Most knitting stitch pattern dictionaries show you how the pattern is worked when it is knit flat, back and forth in rows. But what if you want to convert that pattern to in the round? In this video, knitting designer Jen Lucas discusses how you can take a pattern that is worked flat and use it for your circular knitting projects.
The first stitch pattern Jen reviews is a simple 2×2 (knit two stitches, purl two stitches) ribbing pattern. When she works this stitch pattern flat, she works over a multiple of 4 plus 2 stitches. This allows you to both start and end with the same stitches, centering the stitch pattern on the fabric. However, when you knit this pattern in the round, if you include the “plus 2,” you end up with four knit stitches together where the beginning and end of the round meet. By simply dropping the two extra stitches from the stitch count and casting on a multiple of 4 stitches, the pattern is continuous.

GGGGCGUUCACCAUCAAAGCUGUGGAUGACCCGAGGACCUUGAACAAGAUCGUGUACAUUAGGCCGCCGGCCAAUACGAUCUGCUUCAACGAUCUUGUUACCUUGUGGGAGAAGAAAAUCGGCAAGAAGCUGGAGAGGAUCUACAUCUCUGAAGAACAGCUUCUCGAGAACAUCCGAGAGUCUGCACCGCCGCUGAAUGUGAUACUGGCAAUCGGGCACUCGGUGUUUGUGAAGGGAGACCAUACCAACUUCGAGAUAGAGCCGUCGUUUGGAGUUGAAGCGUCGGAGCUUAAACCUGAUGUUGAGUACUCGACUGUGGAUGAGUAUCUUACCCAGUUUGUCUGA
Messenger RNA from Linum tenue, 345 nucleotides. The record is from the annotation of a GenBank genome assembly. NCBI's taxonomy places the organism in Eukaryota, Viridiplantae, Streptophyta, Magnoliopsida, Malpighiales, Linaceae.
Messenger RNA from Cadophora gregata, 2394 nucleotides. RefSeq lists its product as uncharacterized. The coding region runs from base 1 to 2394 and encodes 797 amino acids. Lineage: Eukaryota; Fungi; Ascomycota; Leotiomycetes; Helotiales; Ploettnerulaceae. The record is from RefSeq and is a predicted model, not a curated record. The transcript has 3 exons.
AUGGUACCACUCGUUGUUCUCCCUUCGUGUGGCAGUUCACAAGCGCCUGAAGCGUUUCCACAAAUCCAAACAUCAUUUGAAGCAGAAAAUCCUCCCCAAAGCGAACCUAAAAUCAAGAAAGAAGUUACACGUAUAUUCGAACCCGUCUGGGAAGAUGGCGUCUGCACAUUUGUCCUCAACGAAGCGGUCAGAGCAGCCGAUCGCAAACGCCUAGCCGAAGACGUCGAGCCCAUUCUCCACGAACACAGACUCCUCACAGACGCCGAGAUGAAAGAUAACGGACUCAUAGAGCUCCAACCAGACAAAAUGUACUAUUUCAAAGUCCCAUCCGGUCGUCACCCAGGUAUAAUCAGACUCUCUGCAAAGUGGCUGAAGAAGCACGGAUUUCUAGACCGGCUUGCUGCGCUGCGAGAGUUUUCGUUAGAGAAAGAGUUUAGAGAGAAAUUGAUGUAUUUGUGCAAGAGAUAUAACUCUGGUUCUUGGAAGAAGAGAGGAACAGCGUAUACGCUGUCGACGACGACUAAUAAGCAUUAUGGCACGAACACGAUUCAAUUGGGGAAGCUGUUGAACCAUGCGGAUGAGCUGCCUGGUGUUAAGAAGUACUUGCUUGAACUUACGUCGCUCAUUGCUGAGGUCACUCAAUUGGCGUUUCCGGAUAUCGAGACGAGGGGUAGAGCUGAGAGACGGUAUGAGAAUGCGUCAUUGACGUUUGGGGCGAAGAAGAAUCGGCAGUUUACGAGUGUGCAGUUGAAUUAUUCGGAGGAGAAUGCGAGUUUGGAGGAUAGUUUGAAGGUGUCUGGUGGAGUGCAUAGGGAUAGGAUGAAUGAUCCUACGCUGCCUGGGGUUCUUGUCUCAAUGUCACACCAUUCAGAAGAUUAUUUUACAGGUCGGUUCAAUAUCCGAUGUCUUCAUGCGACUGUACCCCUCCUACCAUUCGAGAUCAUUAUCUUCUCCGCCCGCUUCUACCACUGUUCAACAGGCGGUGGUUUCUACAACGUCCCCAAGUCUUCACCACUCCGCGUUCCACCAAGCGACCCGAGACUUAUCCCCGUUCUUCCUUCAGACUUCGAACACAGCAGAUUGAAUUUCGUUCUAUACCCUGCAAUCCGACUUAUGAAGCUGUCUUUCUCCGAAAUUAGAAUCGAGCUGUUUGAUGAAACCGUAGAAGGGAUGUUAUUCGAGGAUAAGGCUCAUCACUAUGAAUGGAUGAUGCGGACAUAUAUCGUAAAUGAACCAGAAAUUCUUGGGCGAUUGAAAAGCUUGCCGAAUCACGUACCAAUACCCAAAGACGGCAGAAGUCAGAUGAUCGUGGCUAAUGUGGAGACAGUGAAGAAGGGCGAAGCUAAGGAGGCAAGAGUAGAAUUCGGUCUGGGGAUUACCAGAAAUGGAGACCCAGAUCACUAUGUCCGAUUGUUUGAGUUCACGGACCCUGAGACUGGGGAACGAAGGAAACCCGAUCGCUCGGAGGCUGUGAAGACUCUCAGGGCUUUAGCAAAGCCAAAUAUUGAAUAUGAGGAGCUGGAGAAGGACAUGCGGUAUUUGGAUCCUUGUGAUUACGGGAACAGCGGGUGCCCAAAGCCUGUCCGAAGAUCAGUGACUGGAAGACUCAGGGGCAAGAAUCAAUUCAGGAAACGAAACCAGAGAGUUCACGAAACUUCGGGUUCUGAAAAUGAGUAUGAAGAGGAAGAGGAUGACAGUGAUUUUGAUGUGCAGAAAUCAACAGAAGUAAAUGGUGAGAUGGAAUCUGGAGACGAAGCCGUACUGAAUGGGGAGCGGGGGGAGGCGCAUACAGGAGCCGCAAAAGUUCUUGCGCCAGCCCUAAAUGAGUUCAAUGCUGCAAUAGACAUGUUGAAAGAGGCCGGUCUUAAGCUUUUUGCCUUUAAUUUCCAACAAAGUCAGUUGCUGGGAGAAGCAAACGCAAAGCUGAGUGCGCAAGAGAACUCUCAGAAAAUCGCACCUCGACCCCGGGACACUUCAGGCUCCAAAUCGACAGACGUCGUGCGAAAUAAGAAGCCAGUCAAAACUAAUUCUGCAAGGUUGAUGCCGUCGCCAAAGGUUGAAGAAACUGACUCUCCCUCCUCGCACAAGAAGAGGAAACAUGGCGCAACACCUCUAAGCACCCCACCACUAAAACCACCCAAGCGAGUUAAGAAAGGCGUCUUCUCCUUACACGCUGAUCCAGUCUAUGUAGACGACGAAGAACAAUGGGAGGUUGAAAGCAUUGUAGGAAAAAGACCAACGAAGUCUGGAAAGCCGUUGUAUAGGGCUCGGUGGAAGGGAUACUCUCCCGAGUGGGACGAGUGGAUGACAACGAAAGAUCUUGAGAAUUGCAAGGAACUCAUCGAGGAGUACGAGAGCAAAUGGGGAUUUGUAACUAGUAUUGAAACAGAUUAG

For both stitch patterns, Jen compares the chart for flat knitting versus in the round knitting. She reviews how to read a chart and how to convert a chart from flat to in the round. She then looks at some swatches of a lace pattern. For this particular lace pattern, there is one extra stitch used in the pattern when worked flat. This allows the lace to be centered on the fabric, just like the extra stitches did in the first ribbing example. When worked in the round, that extra stitch is eliminated, and the pattern is worked simply over a multiple of 10 stitches.
Have you ever converted a pattern from flat to in the round? Let us know in the comments!